Pharmaceuticals and Personal Care Products in the Aquatic Environment: How Can Regions at Risk be Identified in the Future?

John L Wilkinson*, Ian Thornhill, Rik Oldenkamp, Anthony Gachanja, Rosa Busquets

*Corresponding author for this work

Research output: Contribution to journalReview articlepeer-review


Pharmaceuticals and personal care products (PPCPs) are an indispensable component of a healthy society. However, they are well established environmental contaminants, and many can elicit biological disruption in exposed organisms. It is now a decade since the Society of Environmental Toxicology and Chemistry (SETAC) published its landmark review of PPCPs in the environment (Boxall et al., 2012). Here we discuss key research priorities for the next 10 years with an aim on how regions where PPCPs pose the greatest risk to environmental and human health, either now or in the future, can be identified. Specifically, we discuss why this problem is of importance and review our current understanding of PPCPs in the aquatic environment. Foci include PPCP occurrence and what drives their environmental emission as well as our ability to both quantify and model their distribution. We highlight critical areas for future research including the involvement of citizen science for environmental monitoring and using modelling techniques to bridge the gap between research capacity and needs. As prioritisation of regions in need of environmental monitoring is needed to assess future/current risk, we also propose four criteria with which this may be achieved. Applying these criteria to available monitoring data we narrow the focus on where monitoring efforts for PPCPs are most urgent. Specifically, 19 cities across Africa, Central America, the Caribbean, and Asia were highlighted as priorities for future environmental monitoring and risk characterisation. Together, this informs our suggestion of four priority research questions for the next 10 years.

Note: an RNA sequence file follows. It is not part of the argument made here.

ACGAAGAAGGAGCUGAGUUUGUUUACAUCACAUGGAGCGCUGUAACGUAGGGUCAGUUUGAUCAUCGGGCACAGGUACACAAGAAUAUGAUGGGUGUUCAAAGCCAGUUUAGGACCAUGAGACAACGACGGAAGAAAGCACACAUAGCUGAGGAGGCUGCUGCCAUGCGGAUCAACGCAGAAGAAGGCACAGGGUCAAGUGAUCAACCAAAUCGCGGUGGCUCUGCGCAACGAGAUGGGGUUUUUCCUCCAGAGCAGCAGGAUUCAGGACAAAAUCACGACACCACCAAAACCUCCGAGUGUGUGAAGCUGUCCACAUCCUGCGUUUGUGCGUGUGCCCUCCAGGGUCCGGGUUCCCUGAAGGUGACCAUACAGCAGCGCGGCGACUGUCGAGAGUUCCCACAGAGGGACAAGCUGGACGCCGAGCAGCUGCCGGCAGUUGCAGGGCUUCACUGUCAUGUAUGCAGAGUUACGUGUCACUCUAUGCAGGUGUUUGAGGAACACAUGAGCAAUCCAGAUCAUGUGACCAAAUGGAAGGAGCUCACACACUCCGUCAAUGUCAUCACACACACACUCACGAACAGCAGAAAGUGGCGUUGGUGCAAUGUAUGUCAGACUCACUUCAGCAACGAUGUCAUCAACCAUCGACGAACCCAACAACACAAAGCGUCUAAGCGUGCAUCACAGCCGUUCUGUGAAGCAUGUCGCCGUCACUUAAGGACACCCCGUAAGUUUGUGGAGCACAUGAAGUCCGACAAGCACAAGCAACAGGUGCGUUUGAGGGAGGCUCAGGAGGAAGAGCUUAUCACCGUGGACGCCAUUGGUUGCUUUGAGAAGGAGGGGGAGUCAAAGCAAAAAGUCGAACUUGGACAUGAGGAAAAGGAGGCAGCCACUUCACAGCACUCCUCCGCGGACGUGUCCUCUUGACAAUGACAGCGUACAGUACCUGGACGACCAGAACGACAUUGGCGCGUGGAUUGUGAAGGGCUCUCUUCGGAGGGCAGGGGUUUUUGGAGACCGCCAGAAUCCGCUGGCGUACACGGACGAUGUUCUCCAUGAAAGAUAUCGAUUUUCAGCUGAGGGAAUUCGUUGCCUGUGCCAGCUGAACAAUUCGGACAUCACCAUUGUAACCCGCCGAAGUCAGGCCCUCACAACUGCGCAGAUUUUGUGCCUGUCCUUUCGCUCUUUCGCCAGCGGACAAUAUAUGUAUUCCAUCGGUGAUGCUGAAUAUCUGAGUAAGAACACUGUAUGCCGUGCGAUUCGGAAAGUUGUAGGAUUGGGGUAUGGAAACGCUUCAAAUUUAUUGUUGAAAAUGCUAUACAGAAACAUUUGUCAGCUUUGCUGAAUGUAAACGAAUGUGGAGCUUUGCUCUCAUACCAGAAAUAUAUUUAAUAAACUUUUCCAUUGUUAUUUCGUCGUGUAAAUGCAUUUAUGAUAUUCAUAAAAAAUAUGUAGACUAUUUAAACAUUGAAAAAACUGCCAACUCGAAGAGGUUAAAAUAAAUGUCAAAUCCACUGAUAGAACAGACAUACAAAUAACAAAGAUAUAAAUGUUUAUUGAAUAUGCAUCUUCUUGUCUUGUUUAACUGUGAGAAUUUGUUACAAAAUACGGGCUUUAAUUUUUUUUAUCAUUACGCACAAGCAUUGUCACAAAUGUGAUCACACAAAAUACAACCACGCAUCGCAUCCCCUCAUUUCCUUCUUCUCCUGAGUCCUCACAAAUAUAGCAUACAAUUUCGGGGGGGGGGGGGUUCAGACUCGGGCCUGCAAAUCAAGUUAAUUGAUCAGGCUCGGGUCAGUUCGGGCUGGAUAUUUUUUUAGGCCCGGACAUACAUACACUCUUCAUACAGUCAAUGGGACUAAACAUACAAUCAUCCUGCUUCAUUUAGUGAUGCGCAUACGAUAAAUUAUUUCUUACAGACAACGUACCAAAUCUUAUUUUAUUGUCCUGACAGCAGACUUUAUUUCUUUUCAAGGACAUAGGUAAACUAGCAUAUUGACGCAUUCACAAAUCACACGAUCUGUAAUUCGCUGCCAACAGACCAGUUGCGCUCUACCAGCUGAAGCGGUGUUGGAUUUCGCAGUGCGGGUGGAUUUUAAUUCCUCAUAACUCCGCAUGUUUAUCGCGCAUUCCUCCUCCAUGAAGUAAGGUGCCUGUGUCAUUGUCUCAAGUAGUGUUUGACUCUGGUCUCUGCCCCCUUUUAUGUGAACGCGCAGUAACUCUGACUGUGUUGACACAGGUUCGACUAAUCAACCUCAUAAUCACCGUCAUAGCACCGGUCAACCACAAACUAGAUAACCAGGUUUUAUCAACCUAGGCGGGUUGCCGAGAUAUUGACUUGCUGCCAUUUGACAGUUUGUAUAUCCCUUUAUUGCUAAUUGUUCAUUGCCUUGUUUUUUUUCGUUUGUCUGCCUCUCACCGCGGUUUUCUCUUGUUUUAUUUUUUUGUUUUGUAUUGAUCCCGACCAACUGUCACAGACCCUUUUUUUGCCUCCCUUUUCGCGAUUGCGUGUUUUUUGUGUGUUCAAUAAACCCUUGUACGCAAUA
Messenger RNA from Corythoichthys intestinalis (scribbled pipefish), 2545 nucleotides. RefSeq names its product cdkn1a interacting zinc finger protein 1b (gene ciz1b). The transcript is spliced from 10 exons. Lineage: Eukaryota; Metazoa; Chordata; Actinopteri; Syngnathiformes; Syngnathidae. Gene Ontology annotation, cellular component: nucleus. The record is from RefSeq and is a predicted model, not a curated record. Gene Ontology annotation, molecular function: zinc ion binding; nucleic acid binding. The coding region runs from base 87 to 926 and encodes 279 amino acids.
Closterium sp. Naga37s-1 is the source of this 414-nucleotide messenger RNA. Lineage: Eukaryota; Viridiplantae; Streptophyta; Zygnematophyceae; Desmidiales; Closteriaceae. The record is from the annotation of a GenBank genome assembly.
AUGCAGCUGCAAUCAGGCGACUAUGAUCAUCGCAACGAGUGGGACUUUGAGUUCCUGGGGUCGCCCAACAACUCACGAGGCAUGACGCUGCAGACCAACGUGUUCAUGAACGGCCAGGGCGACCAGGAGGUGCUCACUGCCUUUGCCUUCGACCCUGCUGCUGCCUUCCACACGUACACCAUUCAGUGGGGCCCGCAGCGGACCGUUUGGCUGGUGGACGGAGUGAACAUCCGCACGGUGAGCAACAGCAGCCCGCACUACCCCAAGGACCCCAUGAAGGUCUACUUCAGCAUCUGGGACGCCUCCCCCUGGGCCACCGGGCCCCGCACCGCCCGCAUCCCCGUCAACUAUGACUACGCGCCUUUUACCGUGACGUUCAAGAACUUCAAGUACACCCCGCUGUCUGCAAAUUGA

Original languageEnglish
JournalEnvironmental Toxicology and Chemistry
Publication statusE-pub ahead of print - 11 Oct 2023

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